Christian X’s robe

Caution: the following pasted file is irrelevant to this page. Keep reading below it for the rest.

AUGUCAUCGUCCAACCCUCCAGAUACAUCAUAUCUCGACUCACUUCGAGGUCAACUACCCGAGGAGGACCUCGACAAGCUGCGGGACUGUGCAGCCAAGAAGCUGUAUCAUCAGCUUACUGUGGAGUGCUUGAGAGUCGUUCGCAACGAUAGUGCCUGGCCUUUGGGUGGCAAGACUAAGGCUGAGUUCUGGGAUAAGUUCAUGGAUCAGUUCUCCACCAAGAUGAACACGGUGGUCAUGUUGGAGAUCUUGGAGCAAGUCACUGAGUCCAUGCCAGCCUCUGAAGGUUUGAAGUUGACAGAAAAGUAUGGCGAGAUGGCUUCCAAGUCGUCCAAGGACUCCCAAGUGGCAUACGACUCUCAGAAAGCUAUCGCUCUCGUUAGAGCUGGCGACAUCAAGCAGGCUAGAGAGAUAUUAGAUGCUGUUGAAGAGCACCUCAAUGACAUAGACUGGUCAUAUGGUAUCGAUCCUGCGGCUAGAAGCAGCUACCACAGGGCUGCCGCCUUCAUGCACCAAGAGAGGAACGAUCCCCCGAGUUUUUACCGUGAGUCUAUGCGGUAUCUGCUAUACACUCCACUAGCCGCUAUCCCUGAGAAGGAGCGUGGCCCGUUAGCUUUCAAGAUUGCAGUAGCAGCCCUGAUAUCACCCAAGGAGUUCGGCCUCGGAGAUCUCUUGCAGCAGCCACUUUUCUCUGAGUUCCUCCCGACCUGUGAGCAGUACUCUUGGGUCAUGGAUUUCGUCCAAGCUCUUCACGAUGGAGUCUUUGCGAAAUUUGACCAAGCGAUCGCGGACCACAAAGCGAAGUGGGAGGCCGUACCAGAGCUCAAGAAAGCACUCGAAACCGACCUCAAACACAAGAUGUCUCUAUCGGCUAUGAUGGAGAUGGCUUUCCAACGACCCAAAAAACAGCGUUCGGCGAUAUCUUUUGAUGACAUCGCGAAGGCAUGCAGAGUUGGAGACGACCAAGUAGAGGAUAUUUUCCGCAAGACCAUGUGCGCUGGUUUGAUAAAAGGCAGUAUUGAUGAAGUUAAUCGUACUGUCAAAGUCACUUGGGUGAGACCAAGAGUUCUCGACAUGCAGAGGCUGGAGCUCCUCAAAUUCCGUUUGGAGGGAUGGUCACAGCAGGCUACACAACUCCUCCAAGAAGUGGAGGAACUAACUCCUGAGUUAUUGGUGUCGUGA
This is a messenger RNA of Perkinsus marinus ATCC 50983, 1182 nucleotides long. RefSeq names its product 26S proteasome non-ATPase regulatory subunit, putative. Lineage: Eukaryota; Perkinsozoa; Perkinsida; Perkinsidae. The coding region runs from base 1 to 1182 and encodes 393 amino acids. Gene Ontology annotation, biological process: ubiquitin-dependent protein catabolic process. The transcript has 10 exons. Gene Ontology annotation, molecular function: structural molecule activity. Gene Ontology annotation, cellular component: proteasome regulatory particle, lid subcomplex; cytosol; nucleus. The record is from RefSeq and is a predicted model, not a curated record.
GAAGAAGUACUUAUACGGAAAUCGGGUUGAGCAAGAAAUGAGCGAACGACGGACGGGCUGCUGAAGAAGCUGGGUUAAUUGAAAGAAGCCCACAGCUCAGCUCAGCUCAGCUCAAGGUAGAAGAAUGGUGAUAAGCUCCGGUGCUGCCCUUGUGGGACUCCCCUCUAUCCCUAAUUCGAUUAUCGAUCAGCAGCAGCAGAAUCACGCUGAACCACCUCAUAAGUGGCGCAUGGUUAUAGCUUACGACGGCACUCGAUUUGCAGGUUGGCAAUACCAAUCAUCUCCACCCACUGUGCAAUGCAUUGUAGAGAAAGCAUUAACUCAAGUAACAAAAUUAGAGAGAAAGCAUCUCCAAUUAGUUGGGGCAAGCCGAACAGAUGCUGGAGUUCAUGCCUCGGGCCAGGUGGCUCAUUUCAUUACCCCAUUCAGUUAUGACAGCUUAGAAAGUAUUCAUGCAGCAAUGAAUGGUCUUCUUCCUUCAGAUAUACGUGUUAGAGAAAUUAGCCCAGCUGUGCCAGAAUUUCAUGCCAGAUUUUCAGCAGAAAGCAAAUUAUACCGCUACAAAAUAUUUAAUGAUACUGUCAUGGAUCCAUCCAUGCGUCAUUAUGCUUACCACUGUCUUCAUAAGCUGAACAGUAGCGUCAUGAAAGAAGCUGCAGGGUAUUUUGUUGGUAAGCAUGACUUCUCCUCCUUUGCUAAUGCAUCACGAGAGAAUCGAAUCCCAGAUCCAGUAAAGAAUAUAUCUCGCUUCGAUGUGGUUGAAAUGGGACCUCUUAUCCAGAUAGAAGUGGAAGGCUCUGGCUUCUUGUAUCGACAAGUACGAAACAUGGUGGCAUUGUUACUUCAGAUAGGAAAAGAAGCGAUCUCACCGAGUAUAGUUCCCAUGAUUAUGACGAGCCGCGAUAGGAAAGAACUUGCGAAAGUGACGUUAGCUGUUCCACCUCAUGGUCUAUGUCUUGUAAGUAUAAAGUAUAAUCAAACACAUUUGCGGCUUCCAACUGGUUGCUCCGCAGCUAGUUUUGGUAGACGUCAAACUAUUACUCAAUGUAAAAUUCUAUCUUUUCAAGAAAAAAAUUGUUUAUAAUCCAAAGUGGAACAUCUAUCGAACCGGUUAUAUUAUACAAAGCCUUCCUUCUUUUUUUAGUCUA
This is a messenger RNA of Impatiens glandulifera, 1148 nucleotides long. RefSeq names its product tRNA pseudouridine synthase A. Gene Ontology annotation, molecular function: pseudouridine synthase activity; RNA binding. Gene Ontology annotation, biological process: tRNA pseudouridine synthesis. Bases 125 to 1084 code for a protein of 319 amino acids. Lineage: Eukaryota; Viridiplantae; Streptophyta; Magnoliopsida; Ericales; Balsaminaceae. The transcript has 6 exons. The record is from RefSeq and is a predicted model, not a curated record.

This uniform meant a lot to Christian 10th – even though it’s scratchy – because he wore it at one of the greatest moments of his life. When he rode over the border to Southern Jutland in 1920 he was welcoming a lost part of Denmark back. He chose to wear a field uniform, which the soldiers wore on the battlefield, instead of a showy full-dress general’s uniform. Only three gold stars on his collar and three stripes on his cap reveal that he is a general, and only the stars of the orders of the Elephant and the Dannebrog show that he is King. His uniform is made of thick, coarse woolen fabric. It is well made and fits well – but it is still scratchy. The field uniform consists of a jacket, riding pants, a cap and boots. The King wears his general’s sword on his broad black leather belt. In 1916 the grey color was introduced for Danish uniforms. Five years earlier the coat was made single-breasted, with a turn-down collar and breast pockets. These details were copied from popular sports clothing, which had dominated men’s fashion for decades. The riding pants are exactly the same cut as civilians’, with extra room for thighs and knees, but still narrow enough to be pushed down into the riding boots. And like jodphurs today, there are suede patches inside the knees.